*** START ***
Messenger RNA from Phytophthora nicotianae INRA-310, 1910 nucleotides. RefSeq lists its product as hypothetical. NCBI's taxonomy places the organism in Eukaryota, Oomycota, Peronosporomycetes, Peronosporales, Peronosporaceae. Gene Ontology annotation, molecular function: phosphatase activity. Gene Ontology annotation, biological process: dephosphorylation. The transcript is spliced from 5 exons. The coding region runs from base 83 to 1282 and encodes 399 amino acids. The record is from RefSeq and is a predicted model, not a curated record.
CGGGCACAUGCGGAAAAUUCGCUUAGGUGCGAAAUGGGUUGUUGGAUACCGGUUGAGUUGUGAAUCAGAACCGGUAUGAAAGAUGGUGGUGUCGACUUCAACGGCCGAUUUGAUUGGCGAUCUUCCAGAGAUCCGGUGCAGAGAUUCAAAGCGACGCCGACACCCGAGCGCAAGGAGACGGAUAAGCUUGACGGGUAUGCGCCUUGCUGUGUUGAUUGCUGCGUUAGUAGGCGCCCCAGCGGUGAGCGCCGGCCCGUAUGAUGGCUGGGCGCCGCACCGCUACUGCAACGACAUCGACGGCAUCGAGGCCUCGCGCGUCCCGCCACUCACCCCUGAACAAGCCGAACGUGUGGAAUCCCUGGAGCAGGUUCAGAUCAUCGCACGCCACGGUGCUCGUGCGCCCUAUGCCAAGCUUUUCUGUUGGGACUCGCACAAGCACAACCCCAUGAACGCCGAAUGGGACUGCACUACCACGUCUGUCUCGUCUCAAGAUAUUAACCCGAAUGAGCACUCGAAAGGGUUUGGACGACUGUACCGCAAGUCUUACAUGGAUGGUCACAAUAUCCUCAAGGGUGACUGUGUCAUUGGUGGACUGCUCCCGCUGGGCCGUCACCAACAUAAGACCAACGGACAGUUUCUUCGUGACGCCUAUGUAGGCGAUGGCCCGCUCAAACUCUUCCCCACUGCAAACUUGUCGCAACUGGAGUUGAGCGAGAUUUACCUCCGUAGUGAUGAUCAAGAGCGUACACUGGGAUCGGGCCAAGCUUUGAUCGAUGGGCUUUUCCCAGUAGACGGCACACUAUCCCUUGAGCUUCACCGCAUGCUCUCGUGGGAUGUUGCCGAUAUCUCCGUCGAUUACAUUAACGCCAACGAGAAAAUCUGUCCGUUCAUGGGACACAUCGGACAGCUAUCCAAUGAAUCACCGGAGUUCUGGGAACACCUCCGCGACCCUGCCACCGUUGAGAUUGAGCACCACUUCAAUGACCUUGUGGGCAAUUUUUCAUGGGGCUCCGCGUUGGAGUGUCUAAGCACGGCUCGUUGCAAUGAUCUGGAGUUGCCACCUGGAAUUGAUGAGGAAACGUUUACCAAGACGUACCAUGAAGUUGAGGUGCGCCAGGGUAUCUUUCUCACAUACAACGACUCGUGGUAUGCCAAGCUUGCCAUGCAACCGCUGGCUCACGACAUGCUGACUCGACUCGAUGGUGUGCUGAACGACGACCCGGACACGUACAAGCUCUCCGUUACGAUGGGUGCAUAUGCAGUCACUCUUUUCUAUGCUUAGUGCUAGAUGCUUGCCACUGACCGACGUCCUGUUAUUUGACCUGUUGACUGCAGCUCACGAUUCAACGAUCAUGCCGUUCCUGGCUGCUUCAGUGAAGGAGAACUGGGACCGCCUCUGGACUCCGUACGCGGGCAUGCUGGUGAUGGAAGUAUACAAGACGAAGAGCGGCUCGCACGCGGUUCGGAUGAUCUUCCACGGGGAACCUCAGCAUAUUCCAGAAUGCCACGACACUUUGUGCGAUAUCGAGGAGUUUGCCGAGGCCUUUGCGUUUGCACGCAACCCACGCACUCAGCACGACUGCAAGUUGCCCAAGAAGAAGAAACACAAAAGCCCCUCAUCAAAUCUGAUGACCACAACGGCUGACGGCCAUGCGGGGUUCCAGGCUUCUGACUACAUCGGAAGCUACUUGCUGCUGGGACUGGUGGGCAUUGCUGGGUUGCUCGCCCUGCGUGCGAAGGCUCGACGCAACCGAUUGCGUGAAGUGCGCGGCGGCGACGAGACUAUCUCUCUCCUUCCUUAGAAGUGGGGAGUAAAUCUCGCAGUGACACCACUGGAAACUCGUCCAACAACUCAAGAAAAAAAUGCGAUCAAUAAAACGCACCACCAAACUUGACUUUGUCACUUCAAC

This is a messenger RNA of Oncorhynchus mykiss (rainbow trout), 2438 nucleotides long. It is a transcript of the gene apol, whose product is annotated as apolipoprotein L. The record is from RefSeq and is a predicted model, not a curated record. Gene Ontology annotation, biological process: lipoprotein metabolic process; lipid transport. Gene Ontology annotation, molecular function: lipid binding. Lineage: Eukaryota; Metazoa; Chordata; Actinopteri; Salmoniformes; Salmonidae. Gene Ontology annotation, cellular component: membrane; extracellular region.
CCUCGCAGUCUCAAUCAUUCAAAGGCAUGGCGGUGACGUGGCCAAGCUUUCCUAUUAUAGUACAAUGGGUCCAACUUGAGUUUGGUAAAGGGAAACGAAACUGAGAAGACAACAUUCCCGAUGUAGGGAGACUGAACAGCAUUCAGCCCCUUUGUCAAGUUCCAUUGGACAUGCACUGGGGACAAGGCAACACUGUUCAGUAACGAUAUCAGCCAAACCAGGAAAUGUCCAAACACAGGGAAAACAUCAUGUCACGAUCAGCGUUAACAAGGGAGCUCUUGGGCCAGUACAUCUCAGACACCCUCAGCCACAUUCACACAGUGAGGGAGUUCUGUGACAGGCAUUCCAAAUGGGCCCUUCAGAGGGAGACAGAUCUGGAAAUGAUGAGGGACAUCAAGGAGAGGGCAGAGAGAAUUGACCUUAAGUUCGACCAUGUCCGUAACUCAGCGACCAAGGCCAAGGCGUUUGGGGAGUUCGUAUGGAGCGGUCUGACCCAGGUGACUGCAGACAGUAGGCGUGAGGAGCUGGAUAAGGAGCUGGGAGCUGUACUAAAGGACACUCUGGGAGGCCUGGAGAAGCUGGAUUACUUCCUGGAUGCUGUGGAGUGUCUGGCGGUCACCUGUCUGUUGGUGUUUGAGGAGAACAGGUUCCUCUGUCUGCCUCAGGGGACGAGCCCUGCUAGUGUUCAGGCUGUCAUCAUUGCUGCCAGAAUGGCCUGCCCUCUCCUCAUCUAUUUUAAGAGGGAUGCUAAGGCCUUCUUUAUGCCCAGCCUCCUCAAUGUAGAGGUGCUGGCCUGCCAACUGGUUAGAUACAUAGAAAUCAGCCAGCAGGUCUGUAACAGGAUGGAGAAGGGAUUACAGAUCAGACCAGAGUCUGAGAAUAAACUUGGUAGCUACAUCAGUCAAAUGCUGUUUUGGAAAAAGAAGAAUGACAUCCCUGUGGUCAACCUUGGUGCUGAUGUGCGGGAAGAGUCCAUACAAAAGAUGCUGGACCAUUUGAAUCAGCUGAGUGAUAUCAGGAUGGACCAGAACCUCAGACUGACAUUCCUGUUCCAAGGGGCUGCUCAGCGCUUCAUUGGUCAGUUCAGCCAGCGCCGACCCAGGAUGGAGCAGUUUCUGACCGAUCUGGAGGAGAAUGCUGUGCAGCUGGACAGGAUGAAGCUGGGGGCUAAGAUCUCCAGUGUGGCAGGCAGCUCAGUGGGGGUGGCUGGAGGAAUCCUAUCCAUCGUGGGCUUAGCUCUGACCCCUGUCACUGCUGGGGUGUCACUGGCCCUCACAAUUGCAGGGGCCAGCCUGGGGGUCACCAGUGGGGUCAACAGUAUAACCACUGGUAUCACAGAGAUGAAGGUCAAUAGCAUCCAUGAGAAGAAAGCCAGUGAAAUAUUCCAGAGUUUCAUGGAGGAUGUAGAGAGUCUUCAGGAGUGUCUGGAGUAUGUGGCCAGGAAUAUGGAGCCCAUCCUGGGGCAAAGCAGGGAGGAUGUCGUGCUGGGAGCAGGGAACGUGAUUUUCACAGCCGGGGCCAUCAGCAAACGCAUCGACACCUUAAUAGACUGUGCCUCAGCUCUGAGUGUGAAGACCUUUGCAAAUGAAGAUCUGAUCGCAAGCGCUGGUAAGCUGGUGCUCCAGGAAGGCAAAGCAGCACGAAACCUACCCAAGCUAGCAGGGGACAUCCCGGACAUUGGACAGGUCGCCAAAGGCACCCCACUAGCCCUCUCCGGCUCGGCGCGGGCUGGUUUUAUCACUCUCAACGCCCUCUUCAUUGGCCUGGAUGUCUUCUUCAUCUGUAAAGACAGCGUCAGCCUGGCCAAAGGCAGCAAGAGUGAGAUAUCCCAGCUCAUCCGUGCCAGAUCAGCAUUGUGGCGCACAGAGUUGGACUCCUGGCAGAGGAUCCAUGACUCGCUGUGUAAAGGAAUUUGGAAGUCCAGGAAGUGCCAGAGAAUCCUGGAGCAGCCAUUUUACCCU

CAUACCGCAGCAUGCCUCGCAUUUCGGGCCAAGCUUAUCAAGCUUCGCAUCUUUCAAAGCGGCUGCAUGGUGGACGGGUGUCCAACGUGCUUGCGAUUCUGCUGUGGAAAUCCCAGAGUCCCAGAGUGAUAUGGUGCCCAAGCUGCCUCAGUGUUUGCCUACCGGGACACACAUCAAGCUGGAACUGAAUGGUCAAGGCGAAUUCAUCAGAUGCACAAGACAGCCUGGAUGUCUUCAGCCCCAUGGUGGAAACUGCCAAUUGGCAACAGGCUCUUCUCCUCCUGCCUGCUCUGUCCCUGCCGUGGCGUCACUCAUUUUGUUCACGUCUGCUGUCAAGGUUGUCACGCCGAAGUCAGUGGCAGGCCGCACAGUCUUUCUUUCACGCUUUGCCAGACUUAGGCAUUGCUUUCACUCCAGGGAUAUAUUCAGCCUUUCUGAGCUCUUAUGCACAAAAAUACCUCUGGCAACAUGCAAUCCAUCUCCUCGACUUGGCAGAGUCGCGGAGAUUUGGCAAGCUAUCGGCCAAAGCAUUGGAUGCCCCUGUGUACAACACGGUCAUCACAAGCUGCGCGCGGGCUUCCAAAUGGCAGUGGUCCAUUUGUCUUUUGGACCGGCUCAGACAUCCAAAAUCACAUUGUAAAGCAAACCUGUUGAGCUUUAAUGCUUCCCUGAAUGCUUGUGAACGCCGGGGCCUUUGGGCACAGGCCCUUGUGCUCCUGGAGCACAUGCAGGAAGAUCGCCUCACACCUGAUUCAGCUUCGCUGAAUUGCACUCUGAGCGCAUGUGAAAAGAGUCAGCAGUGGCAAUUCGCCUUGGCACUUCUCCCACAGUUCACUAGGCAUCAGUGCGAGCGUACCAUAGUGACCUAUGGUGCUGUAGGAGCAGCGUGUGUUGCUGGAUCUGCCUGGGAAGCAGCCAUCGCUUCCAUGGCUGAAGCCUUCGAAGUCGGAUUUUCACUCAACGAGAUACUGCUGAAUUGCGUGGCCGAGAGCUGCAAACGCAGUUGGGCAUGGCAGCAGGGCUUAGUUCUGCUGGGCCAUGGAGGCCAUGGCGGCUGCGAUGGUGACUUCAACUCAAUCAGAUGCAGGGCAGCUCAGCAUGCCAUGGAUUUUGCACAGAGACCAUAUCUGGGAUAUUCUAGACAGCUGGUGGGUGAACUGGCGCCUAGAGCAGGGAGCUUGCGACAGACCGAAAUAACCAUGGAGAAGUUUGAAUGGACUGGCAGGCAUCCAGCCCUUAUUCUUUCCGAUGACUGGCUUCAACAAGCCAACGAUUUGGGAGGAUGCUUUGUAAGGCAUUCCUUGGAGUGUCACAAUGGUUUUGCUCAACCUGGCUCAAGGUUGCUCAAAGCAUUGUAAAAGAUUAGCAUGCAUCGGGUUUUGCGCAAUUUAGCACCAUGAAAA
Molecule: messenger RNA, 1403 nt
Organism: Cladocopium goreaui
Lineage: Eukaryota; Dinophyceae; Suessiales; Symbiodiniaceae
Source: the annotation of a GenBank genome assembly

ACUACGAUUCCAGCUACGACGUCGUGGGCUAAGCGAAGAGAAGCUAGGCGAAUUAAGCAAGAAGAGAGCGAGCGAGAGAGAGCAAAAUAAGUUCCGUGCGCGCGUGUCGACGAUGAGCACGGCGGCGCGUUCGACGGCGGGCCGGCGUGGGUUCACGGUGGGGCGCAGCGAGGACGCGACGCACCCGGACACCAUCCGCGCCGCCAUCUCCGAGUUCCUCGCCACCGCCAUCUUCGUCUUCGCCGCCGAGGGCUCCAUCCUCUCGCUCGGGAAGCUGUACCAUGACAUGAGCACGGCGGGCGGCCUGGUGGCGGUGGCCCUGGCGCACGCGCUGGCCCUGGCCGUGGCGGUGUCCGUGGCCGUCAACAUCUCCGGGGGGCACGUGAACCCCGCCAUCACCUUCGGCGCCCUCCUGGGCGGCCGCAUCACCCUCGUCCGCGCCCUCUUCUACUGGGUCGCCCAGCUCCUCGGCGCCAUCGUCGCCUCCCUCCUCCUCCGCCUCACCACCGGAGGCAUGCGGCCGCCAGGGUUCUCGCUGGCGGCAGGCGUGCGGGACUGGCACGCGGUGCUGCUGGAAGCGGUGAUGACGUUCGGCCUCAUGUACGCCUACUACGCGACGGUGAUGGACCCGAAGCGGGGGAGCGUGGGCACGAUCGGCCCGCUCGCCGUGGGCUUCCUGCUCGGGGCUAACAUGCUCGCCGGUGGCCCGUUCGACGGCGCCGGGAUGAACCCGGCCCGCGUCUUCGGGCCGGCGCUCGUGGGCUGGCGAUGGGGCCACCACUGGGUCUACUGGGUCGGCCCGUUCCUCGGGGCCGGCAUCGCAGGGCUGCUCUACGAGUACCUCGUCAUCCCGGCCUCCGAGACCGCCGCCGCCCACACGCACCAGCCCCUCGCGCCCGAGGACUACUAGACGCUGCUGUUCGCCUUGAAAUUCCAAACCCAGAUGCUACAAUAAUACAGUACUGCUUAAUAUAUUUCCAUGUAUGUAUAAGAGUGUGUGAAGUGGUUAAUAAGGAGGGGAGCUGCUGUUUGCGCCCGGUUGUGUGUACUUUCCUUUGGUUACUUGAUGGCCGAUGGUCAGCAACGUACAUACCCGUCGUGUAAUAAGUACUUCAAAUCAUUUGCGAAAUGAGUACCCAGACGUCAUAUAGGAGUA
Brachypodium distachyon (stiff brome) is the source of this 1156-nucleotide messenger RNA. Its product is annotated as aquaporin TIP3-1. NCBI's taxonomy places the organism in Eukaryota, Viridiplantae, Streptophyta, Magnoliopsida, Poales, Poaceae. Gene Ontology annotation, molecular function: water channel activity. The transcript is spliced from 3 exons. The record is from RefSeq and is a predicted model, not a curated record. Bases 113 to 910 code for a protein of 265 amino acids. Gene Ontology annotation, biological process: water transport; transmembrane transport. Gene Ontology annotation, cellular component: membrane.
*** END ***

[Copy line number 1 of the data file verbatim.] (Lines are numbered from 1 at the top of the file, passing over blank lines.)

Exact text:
Messenger RNA from Phytophthora nicotianae INRA-310, 1910 nucleotides. RefSeq lists its product as hypothetical. NCBI's taxonomy places the organism in Eukaryota, Oomycota, Peronosporomycetes, Peronosporales, Peronosporaceae. Gene Ontology annotation, molecular function: phosphatase activity. Gene Ontology annotation, biological process: dephosphorylation. The transcript is spliced from 5 exons. The coding region runs from base 83 to 1282 and encodes 399 amino acids. The record is from RefSeq and is a predicted model, not a curated record.